Start out in any craft and there are basic pieces of kit that you need to acquire.
For something like knitting, you can start off with a pair of needles from the $2 Shop and a big ball of ACKrylic yarn from the local big box craft store. They possibly won’t be very good, but they’re enough to get you started for a modest outlay, and if you find that knitting [ or crochet, or spinning, sewing, embroidery ] is to your liking, well THEN you can start upgrading your tools and materials.
Yarn can be made from wool, alpaca, bamboo, bison, cotton, and a whole slew of manmade fibres [ of varying degrees of desirability ]. You can buy handyed. You can buy handspun. The only limit is what you are prepared to pay.
Same goes for the other pieces of kit.
I’m not sure that anyone really needs silversmith crafted knitting needles embellished with real baroque pearls, but if that is what you fancy, they are out there.
As it happens, my favourite needles these days, after a lifetime of swearing by the faux-tortoiseshell casein needles beloved by generations of Australian knitters, are these:
my KP circs
sharp as the dickens
I bought a set of ‘Options’ nickle plated KPs back when the KP stood for KnitPicks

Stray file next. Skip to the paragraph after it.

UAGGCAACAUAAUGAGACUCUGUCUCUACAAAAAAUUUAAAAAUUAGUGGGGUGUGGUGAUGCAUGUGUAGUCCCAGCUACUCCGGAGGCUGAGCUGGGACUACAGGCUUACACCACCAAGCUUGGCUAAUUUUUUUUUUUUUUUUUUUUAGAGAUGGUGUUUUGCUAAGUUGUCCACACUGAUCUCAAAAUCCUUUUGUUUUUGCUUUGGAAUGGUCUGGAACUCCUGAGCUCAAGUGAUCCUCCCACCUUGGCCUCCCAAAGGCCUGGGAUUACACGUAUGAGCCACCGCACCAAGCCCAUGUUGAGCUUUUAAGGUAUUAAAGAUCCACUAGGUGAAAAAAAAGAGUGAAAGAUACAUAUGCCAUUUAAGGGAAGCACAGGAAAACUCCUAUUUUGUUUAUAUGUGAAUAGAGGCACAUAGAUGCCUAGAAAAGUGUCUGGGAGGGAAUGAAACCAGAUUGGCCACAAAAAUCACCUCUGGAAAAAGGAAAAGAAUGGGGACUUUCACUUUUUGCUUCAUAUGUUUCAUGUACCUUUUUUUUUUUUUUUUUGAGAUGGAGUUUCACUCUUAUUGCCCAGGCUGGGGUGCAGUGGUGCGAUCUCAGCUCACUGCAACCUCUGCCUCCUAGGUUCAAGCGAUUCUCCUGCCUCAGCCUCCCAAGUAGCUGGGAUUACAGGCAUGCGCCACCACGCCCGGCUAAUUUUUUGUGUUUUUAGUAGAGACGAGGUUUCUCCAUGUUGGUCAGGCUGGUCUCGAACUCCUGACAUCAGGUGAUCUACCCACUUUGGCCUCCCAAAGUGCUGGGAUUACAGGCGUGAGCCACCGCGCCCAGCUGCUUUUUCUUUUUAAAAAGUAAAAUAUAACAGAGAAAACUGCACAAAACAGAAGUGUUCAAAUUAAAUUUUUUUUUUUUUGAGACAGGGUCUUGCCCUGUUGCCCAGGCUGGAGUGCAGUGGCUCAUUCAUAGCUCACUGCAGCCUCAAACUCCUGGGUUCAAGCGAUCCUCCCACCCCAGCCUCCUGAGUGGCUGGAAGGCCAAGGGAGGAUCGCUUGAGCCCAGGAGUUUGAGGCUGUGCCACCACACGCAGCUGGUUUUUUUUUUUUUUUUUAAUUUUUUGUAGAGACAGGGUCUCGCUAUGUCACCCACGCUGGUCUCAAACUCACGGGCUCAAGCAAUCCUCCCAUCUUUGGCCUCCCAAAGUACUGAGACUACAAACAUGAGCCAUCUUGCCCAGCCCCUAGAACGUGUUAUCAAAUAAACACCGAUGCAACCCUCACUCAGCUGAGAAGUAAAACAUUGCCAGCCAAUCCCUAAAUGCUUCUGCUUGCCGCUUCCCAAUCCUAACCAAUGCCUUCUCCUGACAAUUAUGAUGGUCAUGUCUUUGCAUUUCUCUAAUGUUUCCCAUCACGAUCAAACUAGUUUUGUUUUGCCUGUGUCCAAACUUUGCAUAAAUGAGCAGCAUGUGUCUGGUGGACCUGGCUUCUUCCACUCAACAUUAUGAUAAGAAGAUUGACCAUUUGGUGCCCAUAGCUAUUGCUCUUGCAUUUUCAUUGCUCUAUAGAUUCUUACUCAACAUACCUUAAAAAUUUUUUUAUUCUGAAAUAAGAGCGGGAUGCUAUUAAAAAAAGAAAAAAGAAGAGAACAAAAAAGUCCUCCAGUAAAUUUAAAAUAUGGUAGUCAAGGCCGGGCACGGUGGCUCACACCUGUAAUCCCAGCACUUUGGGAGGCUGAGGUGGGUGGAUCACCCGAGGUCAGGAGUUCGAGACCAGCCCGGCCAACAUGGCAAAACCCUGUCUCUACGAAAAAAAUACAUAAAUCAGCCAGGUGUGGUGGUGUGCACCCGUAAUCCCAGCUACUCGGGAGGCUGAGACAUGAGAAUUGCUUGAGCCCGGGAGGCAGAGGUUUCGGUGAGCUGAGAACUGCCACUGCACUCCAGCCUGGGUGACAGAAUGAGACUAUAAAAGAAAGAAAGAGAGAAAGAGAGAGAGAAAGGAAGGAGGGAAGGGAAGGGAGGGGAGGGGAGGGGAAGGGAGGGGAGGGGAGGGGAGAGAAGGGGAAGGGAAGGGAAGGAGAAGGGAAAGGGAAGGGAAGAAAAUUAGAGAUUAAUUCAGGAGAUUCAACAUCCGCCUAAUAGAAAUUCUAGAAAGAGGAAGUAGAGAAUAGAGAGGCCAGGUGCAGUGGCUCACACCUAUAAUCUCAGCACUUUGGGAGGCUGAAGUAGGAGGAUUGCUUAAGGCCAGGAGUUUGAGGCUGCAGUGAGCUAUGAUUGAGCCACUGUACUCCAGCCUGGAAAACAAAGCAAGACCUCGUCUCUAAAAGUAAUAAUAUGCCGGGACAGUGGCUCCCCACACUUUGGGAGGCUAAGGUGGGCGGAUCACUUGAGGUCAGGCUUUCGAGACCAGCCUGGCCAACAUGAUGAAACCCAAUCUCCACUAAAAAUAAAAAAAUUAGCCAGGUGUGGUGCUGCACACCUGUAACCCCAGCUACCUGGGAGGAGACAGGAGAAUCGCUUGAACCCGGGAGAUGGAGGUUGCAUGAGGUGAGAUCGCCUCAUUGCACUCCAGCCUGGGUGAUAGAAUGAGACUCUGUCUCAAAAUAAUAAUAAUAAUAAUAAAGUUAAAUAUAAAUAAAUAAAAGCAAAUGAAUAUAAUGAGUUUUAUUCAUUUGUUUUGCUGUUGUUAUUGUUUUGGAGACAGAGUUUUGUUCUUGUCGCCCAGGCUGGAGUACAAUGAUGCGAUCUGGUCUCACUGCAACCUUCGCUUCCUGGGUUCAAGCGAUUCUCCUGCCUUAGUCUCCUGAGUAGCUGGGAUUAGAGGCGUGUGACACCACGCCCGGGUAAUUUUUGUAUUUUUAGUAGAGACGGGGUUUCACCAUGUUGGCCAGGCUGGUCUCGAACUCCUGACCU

then I added to them with a set of the rainbow striped laminated wood KP Harmonies. At this stage KP was KnitPro.
More recently I bought Nadie a complete set for her significant birthday [ and also filled in a few gaps in my collection ] and now KP apparently stands for Knitter’s Pride.
it doesn’t particularly matter what they’re called, they are lovely to work with, and I tend to use the circs for almost all knitting because they are easier for me to manage since the onset of FMS limits how much weight my upper body can handle.
One disadvantage though, of the wooden needles, especially in the smaller gauges that are my preference, is that they are vulnerable to being dropped, dinged, sat on and in all other ways broken.
So I was a ready mark for the latest cleverness from the lovely Ron [ spinningwoodie on rav ] … he who took so much time and effort last year to teach The Girl how to spindle spin.
This is something I desperately needed and I didn’t even know it existed.
Behold [ drum roll please maestro ]
Ron has invented a special case for protecting the points of your circular needles. But … I can hear you say … but my needles came in a protective little carry case anyway. Why do I need another?
Because my dears, this needle protector is to protect the needles while they are actively in use
When you need to put your precious points down for the night, or into your bag to take to knitting group / the train / mother-in-law’s, the point and cable slips into the case with its little grooved lid and, there, you are, safe as houses.
Unfortunately Ron doesn’t have a retail presence, but if you are on Rav you can start a convo with him … otherwise you’ll have to wait until next year’s Wool & Sheep.
and this is what my Ravelympic knitting looks like after Day 1 of competition.
Zauberball in Charisma
KP 4mm needles and the Ishbell has morphed into another Holden Shawlette.
I know I said to slap me upside the head if I ever again contemplated making anything with a mile of bloody neverending picot cast-off.
This will probably end in tears.